Tuesday, 2 November 2010
It's coming up to that time of year again - and I've been busy wrapping up these lovely drinking mugs to give away to Airgun Shooter readers as a Christmas present!
These official mugs cost £5.99, but readers of the new Airgun Shooter magazine - already the UK's fastest-growing airgun publication - get one absolutely free; Blaze Publishing, the publishers, are just asking for a small contribution of £2 toward p&p.
You'll find an order form on the December 2010 issue - our Christmas Special (left) - which is in newsagents nice and early, from 4th November. And, of course, it's also available for the iPhone or iPad here.
Or you can telephone them on 01926 339808 with your credit card details to claim your present. As it's Christmas, and the mugs also make ideal gifts for family and friends, I've also talked Blaze into doing a special deal if you want to buy one or more - just ask them nicely and you'll get a festive discount!
Note: Mugs can only be posted to UK mainland postal addresses
My test report printed in the December 2010 issue of Airgun Shooter magazine alluded to the accuracy tests I'd undertaken with Daystate's fabulous, limited edition RedRanger (no. 019/100). I didn't have room in the magazine to print all the targets, so I'm using my Blog to show you how this supergun performed with various pellets.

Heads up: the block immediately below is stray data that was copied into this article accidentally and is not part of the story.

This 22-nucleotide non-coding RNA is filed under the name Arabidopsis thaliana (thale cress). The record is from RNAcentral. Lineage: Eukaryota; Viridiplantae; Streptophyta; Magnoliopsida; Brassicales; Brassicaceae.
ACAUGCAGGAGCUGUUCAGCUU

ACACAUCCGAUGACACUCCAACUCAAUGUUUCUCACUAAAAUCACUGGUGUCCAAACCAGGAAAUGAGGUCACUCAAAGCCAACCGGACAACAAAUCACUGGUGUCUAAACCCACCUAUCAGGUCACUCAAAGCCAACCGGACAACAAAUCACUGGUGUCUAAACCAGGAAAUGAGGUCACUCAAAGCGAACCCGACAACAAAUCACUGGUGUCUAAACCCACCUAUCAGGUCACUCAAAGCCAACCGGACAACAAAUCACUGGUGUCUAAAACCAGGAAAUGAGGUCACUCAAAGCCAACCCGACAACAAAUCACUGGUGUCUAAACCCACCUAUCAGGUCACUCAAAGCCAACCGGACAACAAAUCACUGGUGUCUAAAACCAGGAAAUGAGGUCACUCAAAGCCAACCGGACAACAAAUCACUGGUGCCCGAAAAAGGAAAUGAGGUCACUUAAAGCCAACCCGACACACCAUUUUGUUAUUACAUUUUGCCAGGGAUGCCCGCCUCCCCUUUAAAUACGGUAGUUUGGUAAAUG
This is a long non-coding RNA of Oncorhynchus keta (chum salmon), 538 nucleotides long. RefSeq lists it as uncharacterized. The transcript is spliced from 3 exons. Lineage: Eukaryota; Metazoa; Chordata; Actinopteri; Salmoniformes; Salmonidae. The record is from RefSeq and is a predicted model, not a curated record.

As an AirWolf owner, the RedRanger didn't feel too unfamiliar, it being based on the Air Ranger - the 'mechanical' version of Daystate's electronic AirWolf. All the targets shown here were recorded from the stability of either a beanbag (shooting prone) or my IdleBack Chair. And they were shot outdoors; conditions weren't 'perfect', although perfectly manageable.
The rifle was scoped-up with a Hawke Nite-Eye 4-16 x 50 SR6, which I tried to adjust so that the shots struck roughly centre; as you can see, no easy task! But it's the size of the group that's the all-important data to take on board.
The targets you see here are my preferred practise targets these days. I've made them on my computer and print them off as and when needed. The inner bull measures 25mm (1 inch) diameter, the white ring is 35mm (what I consider a hunting 'kill zone') and the outer black ring is 50mm.
As stated in the aforementioned test report, accuracy-wise, the JSB-made pellets from Air Arms (4.52 Field) and Daystate (4.52 FT) performed best, and would be the best diet for RedRanger no. 019. I'd expect the same from JSB's Exacts, but didn't have enough in stock to prove it. RWS Superdomes were, surprisingly, rather loose beyond 30 metres - but Crosman Premier (7.9grn) and H&N Sport's new Field Target (4.50) proved the RedRanger's credentials as an extreme range hunting tool, if that's what you want from it. As you can see below, the JSB brands could achieve 35mm out to 50 metres. While Crosman Premier and H&N Sport's Field Target were accurate enough, I found the Premier blew off course all too easily at ultra long ranges, and the H&N had a more pronounced trajectory, making it less forgiving by comparison with the Air Arms and Daystate ammo.
|30m - Air Arms Field 4.52 (JSB)|
|30m - Daystate FT 4.52 (JSB)|
|30m - Daystate RangeMaster HE (Prometheus)|
|40m - Air Arms Field 4.52 (JSB)|
|40m - Daystate FT 4.52|
|40m - Crosman Premier 7.9 grains|
|40m - H&N Sport Field Target 4.50|
|40m - RWS Superdome Field Line|
|50m - Air Arms Field 4.52 (JSB)|
|50m - Daystate FT 4.52 (JSB)|